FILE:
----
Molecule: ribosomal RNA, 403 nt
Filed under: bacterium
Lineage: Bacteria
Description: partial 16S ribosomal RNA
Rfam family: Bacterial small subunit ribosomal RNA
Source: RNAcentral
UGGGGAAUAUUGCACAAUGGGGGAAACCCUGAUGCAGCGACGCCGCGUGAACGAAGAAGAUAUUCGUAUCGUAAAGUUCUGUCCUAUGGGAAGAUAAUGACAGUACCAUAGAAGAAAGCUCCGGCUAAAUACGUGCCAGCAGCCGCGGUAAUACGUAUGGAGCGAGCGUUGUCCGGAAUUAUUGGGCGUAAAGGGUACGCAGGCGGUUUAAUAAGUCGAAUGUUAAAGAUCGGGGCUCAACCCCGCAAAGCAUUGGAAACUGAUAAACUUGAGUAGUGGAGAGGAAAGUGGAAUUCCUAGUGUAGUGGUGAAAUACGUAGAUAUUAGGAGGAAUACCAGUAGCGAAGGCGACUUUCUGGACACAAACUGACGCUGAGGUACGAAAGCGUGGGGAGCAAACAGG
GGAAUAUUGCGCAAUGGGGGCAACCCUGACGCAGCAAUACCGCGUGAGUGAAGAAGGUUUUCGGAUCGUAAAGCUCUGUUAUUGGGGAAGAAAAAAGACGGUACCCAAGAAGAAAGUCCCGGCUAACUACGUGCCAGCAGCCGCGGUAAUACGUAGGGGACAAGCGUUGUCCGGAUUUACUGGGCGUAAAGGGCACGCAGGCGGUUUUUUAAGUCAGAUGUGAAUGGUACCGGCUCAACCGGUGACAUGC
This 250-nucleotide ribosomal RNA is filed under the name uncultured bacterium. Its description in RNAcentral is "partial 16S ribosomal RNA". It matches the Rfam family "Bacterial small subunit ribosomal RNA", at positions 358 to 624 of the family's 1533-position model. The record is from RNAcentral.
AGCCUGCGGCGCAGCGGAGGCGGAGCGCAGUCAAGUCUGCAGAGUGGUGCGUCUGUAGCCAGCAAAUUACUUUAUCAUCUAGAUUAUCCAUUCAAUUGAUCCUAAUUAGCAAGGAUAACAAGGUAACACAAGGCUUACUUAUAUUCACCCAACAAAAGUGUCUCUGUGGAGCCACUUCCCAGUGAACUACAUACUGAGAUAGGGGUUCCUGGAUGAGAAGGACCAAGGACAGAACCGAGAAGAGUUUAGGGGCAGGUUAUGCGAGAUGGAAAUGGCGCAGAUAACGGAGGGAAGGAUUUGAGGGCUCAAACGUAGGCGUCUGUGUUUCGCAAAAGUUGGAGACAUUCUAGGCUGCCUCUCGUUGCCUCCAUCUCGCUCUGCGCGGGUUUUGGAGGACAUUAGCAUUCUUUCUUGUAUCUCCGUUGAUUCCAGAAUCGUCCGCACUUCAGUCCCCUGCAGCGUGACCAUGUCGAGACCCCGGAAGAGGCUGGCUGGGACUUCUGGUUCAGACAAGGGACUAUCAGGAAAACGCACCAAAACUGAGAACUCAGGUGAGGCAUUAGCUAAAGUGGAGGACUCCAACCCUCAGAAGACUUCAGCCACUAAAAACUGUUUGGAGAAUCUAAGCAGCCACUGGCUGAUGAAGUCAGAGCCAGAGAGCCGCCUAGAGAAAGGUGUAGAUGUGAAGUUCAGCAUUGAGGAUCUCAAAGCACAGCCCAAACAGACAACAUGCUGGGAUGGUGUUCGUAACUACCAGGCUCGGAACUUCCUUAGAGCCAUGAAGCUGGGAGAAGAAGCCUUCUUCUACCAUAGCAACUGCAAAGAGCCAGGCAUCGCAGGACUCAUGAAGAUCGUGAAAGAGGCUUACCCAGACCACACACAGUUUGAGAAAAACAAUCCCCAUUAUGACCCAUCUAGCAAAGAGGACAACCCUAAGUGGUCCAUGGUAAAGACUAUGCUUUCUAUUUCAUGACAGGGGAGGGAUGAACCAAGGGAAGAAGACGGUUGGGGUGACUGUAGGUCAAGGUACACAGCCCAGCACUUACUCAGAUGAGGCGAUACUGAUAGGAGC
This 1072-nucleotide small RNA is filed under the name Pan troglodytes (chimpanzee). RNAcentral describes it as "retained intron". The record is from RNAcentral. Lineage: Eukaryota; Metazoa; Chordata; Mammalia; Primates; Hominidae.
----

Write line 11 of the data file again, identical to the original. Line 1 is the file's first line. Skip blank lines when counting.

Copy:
This 1072-nucleotide small RNA is filed under the name Pan troglodytes (chimpanzee). RNAcentral describes it as "retained intron". The record is from RNAcentral. Lineage: Eukaryota; Metazoa; Chordata; Mammalia; Primates; Hominidae.